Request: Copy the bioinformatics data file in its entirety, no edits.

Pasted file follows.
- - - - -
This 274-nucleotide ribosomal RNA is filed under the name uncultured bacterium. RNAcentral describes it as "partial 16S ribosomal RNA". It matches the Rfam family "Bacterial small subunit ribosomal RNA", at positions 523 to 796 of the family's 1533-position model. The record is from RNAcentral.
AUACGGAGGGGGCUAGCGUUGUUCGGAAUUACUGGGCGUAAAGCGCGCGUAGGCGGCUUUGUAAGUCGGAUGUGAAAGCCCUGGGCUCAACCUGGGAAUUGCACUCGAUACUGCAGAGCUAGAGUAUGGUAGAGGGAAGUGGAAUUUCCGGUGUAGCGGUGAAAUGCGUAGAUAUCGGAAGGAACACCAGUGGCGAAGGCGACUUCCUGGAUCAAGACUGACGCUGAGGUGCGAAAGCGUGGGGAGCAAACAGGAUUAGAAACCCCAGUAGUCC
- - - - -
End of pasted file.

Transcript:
This 274-nucleotide ribosomal RNA is filed under the name uncultured bacterium. RNAcentral describes it as "partial 16S ribosomal RNA". It matches the Rfam family "Bacterial small subunit ribosomal RNA", at positions 523 to 796 of the family's 1533-position model. The record is from RNAcentral.
AUACGGAGGGGGCUAGCGUUGUUCGGAAUUACUGGGCGUAAAGCGCGCGUAGGCGGCUUUGUAAGUCGGAUGUGAAAGCCCUGGGCUCAACCUGGGAAUUGCACUCGAUACUGCAGAGCUAGAGUAUGGUAGAGGGAAGUGGAAUUUCCGGUGUAGCGGUGAAAUGCGUAGAUAUCGGAAGGAACACCAGUGGCGAAGGCGACUUCCUGGAUCAAGACUGACGCUGAGGUGCGAAAGCGUGGGGAGCAAACAGGAUUAGAAACCCCAGUAGUCC